I want to talk about 80’s horror, specifically moments in the genre that defined my horror education as a kid, the moments that made me realise horror was my calling and, in harsh, honest flashback, the moments that had me screaming like a little boy who had yet to learn anything about one of the most engaging movie genres in the industry. I have a few blogs lined up for this feature so…let’s begin.
Let’s start with…
Putting books aside (yes, you Mr. Laymon, Mr. King and Mr. Herbert), a young child didn’t have easy access to horror in movie form. There was no Internet, no YouTube and you certainly couldn’t download one, or borrow a horror movie from John Smith at school. No, when I wrapped my terrified eyeballs around a horror flick, it’s because an adult would let me. Some may frown upon this but hey, I turned out fine. I appreciated it – I knew from an early age that Santa was a parent dressed in a suit, the Easter Bunny had connotations to the shape of Jesus’ burial barrier and I also knew that horror films were just that – film. Fake, scripted, not real. My parents instilled this in me from an early age so, if I did happen to stumble across a film that wasn’t suitable for me, I would see it for what it was.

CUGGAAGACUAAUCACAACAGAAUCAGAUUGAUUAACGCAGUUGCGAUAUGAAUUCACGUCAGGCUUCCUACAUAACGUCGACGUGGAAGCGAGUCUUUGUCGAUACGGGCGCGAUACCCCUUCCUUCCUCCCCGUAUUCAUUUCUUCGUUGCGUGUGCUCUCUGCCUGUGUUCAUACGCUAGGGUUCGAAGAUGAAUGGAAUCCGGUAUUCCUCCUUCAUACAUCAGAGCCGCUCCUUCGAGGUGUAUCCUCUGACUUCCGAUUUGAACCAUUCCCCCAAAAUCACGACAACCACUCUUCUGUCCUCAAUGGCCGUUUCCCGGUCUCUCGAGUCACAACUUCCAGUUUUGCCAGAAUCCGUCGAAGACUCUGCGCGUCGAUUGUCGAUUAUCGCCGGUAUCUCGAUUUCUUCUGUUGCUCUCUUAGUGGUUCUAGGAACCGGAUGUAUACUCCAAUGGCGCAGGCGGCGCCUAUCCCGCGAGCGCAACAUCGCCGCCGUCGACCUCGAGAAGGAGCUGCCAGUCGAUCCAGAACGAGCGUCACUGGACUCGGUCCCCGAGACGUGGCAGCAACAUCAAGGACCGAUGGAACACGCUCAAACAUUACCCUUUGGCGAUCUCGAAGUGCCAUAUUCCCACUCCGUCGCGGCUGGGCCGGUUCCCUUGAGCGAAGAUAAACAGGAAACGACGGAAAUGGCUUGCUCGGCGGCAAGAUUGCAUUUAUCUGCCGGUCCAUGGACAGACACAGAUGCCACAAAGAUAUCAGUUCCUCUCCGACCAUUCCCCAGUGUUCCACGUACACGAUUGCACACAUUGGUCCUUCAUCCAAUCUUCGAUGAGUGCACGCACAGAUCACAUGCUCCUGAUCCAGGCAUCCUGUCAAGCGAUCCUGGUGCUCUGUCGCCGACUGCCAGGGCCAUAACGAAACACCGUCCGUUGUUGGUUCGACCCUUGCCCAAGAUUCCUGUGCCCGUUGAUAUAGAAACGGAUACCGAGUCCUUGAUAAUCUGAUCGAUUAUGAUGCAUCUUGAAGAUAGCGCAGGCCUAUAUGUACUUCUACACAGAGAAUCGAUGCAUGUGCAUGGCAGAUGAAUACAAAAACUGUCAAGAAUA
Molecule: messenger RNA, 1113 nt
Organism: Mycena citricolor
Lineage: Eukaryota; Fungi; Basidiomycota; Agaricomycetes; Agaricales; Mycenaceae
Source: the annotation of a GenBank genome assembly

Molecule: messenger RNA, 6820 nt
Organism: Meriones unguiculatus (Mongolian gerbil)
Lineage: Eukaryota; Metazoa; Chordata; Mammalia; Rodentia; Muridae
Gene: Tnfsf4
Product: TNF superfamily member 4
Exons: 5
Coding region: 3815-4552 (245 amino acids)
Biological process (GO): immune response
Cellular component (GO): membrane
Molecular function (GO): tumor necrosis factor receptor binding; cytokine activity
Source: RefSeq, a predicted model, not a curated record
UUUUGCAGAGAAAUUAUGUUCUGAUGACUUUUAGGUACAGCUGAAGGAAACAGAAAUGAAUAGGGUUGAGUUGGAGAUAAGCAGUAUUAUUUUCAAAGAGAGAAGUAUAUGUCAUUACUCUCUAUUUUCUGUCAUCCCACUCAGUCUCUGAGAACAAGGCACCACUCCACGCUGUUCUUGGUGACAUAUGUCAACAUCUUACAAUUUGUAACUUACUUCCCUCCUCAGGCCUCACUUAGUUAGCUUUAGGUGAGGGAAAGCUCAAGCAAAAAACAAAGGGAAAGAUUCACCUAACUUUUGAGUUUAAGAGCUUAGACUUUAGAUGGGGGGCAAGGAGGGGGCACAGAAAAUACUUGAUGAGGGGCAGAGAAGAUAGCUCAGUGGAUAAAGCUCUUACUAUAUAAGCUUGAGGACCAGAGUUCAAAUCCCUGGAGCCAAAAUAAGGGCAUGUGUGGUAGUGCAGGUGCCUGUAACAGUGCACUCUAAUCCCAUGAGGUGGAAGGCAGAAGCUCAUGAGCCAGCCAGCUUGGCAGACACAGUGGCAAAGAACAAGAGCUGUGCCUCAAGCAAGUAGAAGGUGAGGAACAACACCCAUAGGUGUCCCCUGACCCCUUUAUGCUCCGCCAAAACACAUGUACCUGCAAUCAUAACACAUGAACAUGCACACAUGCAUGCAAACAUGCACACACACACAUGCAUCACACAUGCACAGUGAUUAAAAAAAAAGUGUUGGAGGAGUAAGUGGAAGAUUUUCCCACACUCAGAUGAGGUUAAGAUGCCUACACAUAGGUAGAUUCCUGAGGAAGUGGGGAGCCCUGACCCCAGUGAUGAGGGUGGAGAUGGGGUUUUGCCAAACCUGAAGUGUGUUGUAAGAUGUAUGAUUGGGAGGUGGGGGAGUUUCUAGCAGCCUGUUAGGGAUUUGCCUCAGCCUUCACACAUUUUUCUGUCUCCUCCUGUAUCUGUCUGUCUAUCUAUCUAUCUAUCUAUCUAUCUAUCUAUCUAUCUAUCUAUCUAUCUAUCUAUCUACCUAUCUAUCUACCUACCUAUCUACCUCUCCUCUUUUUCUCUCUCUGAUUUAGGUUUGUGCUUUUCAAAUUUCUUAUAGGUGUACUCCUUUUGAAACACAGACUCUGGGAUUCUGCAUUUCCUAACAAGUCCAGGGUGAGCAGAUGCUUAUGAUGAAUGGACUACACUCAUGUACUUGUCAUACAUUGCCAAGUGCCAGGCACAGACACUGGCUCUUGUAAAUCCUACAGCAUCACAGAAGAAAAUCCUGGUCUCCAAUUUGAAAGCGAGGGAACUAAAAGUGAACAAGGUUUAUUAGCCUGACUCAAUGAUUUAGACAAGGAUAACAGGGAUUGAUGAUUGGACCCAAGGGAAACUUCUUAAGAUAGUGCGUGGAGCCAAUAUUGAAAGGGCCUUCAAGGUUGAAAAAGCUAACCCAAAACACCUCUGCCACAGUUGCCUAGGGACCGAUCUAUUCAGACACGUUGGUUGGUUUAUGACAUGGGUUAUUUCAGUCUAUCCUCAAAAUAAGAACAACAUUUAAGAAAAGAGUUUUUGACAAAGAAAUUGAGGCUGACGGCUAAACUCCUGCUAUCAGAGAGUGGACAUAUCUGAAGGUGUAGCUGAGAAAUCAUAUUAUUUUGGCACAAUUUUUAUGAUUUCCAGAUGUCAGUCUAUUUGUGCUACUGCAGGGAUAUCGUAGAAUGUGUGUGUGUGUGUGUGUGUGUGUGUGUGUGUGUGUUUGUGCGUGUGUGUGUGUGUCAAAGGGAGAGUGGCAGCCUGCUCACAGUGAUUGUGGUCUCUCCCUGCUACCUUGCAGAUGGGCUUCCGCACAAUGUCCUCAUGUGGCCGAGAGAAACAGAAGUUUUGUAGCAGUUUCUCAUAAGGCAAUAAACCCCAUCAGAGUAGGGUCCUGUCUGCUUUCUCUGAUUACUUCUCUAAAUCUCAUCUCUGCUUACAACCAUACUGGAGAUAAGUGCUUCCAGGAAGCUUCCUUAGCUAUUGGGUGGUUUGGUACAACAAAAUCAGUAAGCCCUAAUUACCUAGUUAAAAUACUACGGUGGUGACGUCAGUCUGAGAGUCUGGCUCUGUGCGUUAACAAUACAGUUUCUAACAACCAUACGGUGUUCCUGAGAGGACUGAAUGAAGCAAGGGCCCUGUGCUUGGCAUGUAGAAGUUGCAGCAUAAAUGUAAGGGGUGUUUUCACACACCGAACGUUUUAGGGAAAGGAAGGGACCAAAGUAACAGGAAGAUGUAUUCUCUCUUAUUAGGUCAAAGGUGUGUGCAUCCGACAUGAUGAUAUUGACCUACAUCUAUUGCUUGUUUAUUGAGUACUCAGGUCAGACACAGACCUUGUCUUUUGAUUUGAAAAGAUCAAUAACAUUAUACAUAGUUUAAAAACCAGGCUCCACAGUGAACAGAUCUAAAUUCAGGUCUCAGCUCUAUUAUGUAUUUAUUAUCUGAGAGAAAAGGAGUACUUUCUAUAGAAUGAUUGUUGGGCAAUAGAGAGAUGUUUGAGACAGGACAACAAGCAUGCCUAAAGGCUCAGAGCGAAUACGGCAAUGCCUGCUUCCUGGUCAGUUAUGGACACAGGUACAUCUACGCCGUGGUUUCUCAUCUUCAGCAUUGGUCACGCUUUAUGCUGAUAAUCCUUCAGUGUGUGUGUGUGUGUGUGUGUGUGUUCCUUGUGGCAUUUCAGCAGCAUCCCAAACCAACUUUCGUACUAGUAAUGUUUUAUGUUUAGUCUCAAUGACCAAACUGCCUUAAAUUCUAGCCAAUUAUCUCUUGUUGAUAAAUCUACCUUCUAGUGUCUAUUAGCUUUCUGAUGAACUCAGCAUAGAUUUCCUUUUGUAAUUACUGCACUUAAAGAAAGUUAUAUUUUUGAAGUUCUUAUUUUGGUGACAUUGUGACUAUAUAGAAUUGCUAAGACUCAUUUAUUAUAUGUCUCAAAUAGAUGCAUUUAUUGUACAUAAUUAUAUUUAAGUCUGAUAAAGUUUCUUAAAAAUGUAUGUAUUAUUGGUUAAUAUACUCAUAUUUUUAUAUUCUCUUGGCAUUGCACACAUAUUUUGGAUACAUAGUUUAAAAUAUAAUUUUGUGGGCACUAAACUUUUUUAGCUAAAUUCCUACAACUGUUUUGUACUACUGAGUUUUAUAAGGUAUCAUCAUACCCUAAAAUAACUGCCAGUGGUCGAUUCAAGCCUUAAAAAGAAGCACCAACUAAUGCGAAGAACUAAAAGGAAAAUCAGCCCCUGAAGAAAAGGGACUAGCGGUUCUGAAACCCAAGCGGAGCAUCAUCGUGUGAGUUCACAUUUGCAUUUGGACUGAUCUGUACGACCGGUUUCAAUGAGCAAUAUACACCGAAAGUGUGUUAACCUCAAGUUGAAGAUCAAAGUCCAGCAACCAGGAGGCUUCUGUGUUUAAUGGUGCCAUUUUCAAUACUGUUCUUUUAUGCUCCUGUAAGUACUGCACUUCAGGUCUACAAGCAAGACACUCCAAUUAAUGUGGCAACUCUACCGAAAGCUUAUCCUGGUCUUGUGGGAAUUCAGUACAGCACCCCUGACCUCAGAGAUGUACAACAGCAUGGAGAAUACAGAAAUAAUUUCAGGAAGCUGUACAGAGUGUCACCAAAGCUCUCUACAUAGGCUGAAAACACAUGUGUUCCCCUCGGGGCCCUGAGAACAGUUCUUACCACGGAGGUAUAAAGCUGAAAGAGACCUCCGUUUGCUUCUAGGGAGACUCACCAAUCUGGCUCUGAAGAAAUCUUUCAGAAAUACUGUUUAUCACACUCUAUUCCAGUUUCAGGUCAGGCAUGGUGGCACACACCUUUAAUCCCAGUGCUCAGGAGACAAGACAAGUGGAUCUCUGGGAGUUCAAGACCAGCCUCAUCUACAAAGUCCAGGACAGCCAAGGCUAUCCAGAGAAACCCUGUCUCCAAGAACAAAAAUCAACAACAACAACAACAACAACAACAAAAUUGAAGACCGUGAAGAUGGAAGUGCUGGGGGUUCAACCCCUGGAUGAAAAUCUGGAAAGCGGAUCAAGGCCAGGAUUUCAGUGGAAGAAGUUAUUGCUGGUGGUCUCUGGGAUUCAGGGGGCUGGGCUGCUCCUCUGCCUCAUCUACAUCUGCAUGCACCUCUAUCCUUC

However, this also allowed my parents to censor films that they thought were too nasty. They bought them, sure, but I had to make do with the covers, sneaking the video from the shelf for a gander at the pictures. Children’s books? Pah, I had videos to admire, read, draw. For a young kid, covers were my solid introduction to the world of horror films. They scared the shit out of me too. Now, I look at them with fond memory – hell, I have several in frames ready for my office wall – but there’s no doubt about it – VHS Covers scared me before most films did.
S0, here are my top 5 (in no particular order)…
Fright Night stuck with me the longest. I remember seeing this poster shortly after seeing the Salem’s Lot (1979) trailer for the very first time…the image of a young vampire floating by the window, evil gaze in full motion, fangs bared, scraping with a long fingernail on the single pane glass…terrifying. Then, I see this poster which cemented vampires into my young, susceptible brain. The eyes are what did it for me, I couldn’t look at the image for too long. I even found myself looking into the sky at night, hoping not to see this sinister grin high above my house. I didn’t go near the window for a few weeks either.